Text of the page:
A craniotomy was prepared over the ventral brain stem as previously described in detail.10 11 12 After a part of the dura was opened, the cranial window was suffused with artificial cerebrospinal fluid (temperature, 37°C; ionic composition [in mmol/L]: 132 NaCl, 2.95 KCl, 1.71 CaCl2, 0.65 MgCl2, 24.6 NaHCO3, 3.69 d-glucose) that was bubbled continuously with appropriate gases. Cerebrospinal fluid sampled from the cranial window had a pH of 7.40±0.01, a Pco2 of 33±1 mm Hg, and a Po2 of 110±5 mm Hg. Diameter of the blood vessel was measured using a microscope equipped with a television camera coupled to an auto-width analyzer (C3161, Hamamatsu Photonics K.K.).
After a craniotomy was prepared, pH, Pco2, and Po2 of arterial blood were adjusted by changing the rate and volume of the respirator and the oxygen content of inspiratory air. We also monitored arterial blood gas during the experiments and kept the values within normal limits (pH 7.43±0.01; Pco2, 39±1 mm Hg; and Po2, 110±4 mm Hg).
We examined responses of the basilar artery to topical application of three vasodilators, ie, ACh (10−6 and 10−5 mol/L), bradykinin (10−6 and 10−5 mol/L), and SNP (10−7 and 10−6 mol/L). Agonists were mixed in artificial cerebrospinal fluid and suffused over the craniotomy for 5 minutes. Diameters of the basilar artery were measured immediately before and during the last minute of application of each agonist. After application of a specific agonist, the vessel diameter returned to baseline level within a few minutes before application of a subsequent agonist. The application sequence of agonists was randomized. Pretreatment of the basilar artery with NG-nitro-l-arginine (10−5 mol/L) almost abolished dilator responses of the basilar artery to ACh and bradykinin (n=4, data not shown). Thus, vasodilatation produced by ACh and bradykinin appears to be mediated primarily by NO.
We used two different inhibitors of tyrosine kinase, genistein (3×10−6 mol/L) and tyrphostin 47 (3,4-dihydroxy-α-cyanothiocinnamamide; 10−5 mol/L). We also used tyrphostin 63 ([4-hydroxybenzyl] malononitrile; 10−5 mol/L), an inactive analogue of tyrphostin 47, and sodium orthovanadate (10−5 mol/L), an inhibitor of tyrosine phosphatase. Genistein, tyrphostin 47, and tyrphostin 63 were dissolved in DMSO. The maximum final concentration of DMSO was 0.1%. The concentration of DMSO did not cause any significant changes in diameter of the basilar artery. All the vasodilators and sodium orthovanadate were dissolved in water. Inhibitors were suffused starting from 15 minutes before and during application of agonists. Topical application of these agents did not cause any changes in systemic arterial pressure.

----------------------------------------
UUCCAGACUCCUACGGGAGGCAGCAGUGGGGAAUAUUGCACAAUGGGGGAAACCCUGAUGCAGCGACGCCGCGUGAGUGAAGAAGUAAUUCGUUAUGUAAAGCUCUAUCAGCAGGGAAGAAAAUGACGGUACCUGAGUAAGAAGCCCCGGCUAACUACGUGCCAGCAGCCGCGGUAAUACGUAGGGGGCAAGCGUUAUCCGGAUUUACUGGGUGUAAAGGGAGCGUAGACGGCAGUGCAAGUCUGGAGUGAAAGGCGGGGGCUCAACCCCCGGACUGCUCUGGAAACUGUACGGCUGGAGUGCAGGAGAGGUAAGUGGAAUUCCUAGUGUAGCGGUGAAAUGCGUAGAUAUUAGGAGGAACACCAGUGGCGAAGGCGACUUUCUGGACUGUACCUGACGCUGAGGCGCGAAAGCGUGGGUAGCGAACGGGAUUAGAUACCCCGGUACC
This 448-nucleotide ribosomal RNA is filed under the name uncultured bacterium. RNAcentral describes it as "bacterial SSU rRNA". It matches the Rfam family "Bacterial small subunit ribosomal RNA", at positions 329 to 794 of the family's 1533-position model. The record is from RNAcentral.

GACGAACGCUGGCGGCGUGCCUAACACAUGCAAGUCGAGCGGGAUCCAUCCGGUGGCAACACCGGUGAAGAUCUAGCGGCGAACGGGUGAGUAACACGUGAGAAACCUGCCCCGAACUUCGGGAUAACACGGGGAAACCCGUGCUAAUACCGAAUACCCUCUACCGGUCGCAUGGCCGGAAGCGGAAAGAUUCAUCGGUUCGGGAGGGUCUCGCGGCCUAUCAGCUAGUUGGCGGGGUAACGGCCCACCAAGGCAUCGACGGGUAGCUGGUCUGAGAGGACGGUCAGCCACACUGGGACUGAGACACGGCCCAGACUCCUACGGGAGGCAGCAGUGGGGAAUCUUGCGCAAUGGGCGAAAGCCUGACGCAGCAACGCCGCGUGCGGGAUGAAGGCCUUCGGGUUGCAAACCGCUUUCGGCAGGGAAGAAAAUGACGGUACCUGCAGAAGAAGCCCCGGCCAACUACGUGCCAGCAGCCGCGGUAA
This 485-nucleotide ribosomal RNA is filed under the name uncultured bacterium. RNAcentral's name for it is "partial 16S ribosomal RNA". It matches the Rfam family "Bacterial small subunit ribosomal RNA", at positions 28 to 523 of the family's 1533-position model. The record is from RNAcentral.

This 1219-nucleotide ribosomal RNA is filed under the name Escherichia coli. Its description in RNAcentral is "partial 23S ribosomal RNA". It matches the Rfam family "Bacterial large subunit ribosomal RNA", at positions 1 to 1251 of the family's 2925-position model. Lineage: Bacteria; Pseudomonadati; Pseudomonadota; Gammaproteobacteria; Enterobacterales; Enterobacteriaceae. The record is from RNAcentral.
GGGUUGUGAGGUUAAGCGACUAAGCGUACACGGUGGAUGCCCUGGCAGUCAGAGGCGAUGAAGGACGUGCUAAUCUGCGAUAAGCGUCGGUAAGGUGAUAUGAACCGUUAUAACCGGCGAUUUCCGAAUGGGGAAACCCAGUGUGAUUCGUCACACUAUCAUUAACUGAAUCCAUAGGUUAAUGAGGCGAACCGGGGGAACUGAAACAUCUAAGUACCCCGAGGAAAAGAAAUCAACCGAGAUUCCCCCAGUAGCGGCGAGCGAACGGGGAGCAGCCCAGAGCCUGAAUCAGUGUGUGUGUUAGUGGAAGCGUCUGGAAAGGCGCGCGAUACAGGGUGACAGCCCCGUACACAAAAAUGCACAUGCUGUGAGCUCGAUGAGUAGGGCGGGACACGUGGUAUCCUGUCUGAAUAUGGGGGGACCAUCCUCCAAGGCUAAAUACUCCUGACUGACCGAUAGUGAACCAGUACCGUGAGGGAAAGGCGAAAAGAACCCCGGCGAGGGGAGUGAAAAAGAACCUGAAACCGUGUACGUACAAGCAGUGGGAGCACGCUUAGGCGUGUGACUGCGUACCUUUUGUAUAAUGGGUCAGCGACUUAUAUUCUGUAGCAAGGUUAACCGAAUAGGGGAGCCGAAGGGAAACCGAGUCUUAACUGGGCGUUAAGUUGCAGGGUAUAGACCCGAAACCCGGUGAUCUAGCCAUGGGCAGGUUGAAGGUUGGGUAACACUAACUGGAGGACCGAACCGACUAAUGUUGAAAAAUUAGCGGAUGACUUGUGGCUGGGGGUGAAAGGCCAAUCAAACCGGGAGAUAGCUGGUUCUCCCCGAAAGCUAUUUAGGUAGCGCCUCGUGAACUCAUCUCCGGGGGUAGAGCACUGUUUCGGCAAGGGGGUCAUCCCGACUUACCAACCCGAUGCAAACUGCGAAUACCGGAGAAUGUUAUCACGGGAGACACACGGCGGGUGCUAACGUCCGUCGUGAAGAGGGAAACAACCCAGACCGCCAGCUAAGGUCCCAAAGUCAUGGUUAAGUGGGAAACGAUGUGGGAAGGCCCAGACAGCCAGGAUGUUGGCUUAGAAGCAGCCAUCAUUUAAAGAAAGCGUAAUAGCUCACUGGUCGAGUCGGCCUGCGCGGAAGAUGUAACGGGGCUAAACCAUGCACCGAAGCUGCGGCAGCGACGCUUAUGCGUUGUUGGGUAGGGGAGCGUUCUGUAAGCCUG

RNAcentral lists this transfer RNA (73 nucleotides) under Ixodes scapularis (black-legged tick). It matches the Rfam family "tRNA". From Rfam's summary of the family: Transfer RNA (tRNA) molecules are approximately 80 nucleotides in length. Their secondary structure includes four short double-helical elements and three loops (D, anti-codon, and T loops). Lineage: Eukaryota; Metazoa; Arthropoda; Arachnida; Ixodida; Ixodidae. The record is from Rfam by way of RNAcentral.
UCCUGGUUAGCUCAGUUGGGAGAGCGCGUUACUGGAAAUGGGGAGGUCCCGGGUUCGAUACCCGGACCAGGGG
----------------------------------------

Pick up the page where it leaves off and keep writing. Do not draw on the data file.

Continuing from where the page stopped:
All values are expressed as mean±SEM. One-way repeated measures ANOVA was used to compare concentration-dependent responses to vasodilators. Two-way repeated measures ANOVA was used to compare responses under control conditions and during interventions. When a significant F value was found, post hoc analysis was made with Wilcoxon’s test. A value of P<.05 was considered significant.
Effects of Genistein on Vasodilatation
Under control conditions, diameter of the basilar artery was 254±7 μm (n=36). Topical application of ACh (10−6 and 10−5 mol/L) produced dilatation of the basilar artery in a concentration-related manner (Fig 1A⇓). ACh (10−5 mol/L) increased the diameter by 33±5%. ACh-induced vasodilatation was reproducible because there was no significant attenuation of the response during repeated application of ACh (n=6). Genistein (3×10−6 mol/L), a selective inhibitor of tyrosine kinase,13 had no effect on baseline diameter of the basilar artery. Genistein (3×10−6 mol/L) inhibited dilatation of the basilar artery in response to ACh (10−5 mol/L) by 74±6% (Fig 1A⇓).
Bradykinin (10−7 and 10−6 mol/L) also produced dilatation of the basilar artery in a concentration-related manner (Fig 1B⇑). Genistein (3×10−6 mol/L) markedly attenuated bradykinin-induced vasodilatation (Fig 1B⇑).
Effects of Tyrphostin 47 on Vasodilatation